The paper of the week is from Science on making ovarian follicles and actual eggs from stem cells. It’s just in mice, but this line of work tends to stir people up. We’ll dive into that in a moment.
But first some good news.
We’re up to 146 subscribers on our stem cell YouTube channel so I’m issuing a call to please subscribe toward our next goal of having 250 subscribers. Below is my latest video on an overview of the idea of stem cell therapy for Alzheimer’s disease.
The point of this YouTube channel is educational outreach. You might be surprised (or maybe not) at the vast sea of cruddy stem cell video content on YouTube. A big fraction of it is promotional for stem cell clinics. We need to change that reality. Even though Google has banned stem cell ads from its search results, YouTube (which is owned by Google) hosts a huge array of basically free stem cell ads as videos for clinics. It’s pretty awful.
Now onto our weekly reads. As always, there’s been a lot going on in the regenerative medicine and stem cell space in the past week or so.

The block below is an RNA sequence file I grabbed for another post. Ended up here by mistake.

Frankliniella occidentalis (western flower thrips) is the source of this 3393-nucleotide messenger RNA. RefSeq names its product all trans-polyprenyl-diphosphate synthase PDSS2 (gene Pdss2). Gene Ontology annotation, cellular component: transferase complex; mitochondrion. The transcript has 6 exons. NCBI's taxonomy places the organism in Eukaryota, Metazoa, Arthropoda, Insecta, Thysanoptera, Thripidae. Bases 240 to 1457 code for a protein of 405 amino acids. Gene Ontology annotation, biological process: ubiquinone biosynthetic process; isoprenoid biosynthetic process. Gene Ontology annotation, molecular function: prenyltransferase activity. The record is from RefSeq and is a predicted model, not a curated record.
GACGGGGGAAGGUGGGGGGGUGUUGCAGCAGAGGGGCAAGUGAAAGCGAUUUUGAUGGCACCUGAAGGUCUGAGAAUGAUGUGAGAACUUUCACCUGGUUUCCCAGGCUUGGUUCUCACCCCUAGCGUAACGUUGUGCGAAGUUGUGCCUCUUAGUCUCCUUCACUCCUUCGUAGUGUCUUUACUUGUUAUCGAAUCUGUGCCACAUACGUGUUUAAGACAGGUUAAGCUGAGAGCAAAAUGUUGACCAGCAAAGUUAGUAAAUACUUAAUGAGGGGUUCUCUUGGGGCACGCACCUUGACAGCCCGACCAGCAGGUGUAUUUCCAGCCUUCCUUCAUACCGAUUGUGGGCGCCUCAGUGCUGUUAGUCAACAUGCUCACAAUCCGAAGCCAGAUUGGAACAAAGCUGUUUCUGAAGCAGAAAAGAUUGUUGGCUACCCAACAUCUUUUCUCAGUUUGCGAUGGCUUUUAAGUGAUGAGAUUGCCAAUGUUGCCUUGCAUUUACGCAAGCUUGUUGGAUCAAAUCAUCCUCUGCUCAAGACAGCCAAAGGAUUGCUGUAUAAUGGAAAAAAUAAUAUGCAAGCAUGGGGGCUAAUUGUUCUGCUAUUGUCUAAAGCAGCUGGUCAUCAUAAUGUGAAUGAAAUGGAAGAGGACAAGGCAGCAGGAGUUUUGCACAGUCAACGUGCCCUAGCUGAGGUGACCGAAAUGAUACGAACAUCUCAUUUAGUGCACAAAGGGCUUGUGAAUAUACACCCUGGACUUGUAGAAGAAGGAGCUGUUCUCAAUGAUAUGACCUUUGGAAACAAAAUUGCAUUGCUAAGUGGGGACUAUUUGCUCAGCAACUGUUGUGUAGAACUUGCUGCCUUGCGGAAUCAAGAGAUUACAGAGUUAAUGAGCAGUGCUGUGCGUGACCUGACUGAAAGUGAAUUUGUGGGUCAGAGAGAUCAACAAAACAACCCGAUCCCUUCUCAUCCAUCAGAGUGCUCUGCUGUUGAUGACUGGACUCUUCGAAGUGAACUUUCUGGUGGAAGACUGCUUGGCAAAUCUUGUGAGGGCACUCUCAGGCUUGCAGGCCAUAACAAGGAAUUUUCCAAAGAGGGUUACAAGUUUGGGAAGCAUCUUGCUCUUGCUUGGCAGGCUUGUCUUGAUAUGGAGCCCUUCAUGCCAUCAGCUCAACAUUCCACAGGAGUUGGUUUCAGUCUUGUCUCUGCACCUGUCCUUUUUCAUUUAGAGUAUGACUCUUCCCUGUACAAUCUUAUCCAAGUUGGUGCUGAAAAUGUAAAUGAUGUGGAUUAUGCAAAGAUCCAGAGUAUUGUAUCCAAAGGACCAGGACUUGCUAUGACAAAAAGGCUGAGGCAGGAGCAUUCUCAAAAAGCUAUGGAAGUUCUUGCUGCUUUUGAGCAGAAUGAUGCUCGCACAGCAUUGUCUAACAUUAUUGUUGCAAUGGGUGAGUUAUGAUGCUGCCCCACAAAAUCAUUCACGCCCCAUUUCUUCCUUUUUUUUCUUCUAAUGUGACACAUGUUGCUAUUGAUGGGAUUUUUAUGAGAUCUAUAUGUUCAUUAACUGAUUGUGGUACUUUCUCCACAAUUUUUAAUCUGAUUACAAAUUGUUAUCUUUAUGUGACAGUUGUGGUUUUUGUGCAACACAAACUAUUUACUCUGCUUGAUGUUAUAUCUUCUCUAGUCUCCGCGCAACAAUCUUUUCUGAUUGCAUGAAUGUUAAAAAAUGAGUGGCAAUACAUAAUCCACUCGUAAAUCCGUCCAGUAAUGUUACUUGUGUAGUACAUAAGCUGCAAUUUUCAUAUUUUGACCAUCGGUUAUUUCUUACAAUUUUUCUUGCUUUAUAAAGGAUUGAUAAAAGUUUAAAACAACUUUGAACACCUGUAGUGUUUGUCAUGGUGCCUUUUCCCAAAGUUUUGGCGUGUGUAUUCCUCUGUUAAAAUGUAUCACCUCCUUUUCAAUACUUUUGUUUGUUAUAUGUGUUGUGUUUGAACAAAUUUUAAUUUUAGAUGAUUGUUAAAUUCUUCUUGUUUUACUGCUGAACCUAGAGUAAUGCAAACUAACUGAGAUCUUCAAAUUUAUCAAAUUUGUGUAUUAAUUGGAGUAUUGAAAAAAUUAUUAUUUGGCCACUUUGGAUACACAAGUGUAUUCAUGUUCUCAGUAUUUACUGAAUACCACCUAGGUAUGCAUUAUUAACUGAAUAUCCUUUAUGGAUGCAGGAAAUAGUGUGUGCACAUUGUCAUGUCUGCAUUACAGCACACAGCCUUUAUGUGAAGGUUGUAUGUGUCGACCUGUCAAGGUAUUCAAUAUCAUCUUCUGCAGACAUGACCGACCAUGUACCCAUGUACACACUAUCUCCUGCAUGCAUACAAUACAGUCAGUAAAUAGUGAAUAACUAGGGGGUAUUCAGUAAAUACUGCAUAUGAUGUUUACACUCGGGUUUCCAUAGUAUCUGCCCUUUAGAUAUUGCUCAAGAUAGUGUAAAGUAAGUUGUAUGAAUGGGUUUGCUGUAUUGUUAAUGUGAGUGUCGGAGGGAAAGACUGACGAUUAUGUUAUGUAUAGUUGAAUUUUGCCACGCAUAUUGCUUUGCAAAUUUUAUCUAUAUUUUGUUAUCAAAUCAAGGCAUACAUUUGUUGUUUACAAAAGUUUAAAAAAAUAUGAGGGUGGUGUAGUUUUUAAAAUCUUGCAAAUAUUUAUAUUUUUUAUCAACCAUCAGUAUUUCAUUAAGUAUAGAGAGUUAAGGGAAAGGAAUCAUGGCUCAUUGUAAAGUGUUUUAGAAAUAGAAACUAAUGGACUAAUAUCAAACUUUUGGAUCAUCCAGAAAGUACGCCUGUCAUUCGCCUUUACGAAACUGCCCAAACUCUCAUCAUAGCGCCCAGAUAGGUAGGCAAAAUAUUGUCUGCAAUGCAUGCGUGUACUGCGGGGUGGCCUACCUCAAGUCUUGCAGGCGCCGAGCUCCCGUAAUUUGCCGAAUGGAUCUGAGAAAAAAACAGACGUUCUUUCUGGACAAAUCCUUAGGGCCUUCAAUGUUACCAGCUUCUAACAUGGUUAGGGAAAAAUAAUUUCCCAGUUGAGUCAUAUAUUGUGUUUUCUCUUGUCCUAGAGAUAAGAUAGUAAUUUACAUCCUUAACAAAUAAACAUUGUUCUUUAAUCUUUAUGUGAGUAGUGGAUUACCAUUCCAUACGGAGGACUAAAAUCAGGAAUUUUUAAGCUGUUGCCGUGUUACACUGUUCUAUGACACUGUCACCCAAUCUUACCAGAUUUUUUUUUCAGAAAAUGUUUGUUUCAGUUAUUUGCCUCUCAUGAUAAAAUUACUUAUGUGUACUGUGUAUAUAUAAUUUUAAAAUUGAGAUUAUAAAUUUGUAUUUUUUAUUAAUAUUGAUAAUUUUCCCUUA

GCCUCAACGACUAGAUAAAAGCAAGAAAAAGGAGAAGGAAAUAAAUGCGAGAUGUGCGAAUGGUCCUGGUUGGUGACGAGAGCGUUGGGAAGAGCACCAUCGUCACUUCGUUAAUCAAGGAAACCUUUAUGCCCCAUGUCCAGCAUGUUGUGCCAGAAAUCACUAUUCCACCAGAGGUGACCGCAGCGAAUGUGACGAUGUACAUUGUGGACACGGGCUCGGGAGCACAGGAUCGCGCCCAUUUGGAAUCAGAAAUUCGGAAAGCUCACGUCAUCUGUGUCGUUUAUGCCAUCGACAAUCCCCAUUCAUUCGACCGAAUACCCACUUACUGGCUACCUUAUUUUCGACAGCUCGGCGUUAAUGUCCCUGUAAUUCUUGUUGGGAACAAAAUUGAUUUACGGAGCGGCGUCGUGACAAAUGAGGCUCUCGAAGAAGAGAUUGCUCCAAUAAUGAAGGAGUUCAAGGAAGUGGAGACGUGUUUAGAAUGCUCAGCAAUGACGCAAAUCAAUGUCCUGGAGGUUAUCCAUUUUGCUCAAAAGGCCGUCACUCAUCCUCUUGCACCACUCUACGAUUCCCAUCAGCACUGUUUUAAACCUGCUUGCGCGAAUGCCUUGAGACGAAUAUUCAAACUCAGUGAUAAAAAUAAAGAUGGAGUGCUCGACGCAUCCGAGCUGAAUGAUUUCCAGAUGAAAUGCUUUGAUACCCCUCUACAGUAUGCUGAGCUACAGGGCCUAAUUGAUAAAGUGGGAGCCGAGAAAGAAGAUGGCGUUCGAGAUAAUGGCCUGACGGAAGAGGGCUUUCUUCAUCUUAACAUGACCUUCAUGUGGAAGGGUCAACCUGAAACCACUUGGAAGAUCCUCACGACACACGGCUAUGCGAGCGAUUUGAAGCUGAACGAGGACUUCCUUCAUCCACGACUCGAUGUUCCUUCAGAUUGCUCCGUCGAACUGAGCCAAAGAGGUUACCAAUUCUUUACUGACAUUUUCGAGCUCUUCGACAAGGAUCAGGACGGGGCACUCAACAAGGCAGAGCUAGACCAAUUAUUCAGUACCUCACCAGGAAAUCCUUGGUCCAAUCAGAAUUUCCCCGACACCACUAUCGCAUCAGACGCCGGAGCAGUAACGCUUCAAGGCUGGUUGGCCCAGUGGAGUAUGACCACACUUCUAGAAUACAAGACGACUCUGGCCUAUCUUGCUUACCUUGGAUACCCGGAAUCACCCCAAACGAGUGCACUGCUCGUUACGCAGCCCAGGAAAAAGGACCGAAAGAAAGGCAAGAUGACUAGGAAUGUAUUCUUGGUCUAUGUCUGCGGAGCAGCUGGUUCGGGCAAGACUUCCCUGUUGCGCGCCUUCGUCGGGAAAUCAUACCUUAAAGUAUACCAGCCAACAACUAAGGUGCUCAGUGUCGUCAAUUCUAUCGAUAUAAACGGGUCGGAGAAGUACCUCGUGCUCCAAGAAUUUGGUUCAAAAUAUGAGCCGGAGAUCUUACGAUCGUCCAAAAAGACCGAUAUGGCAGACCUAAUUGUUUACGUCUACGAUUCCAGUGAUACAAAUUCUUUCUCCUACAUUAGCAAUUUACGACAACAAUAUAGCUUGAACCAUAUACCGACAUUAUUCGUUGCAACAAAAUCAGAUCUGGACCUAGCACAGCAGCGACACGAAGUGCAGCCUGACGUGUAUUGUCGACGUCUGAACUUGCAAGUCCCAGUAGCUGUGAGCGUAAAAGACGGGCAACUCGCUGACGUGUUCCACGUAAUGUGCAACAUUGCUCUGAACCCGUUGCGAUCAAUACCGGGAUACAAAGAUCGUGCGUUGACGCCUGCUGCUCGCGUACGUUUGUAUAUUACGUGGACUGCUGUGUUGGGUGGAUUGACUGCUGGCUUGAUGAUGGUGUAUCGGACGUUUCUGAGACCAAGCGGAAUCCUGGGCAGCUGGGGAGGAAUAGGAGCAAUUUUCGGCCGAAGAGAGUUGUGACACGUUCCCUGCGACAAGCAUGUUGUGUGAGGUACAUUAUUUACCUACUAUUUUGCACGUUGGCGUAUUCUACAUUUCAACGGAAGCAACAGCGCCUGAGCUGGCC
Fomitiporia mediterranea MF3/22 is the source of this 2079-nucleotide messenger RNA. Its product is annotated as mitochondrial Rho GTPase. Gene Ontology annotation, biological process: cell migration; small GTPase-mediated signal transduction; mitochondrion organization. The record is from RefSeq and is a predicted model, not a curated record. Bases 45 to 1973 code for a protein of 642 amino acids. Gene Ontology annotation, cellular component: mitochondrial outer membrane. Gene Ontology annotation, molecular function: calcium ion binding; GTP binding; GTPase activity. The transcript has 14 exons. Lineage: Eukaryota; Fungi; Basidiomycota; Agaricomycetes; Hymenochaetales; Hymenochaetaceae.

Stem cell produced gametes
This area of research is not quite as new anymore, but it never seems to stop shocking some folks. What’s so unsettling? The idea that human reproduction might be successfully completed entirely using stem cells instead of the old fashioned way. The new paper is entitled, “Generation of ovarian follicles from mouse pluripotent stem cells.”
This kind of thing has been done before, but what seems unique this time is that all the components came from mouse ES cells.
Could it work in humans? What would be the ethical and societal implications? Proponents point toward possible fertility treatments, but I see more risk than possible benefit here. For one thing, if applied with a reproductive intent in humans, it would ease the use of heritable CRISPR gene editing, including some that might be misguided. Imagine the next He Jiankui, but he doesn’t need an IVF clinic or to allegedly forge approval documents for that. He just makes human embryos with stem cells. Yikes.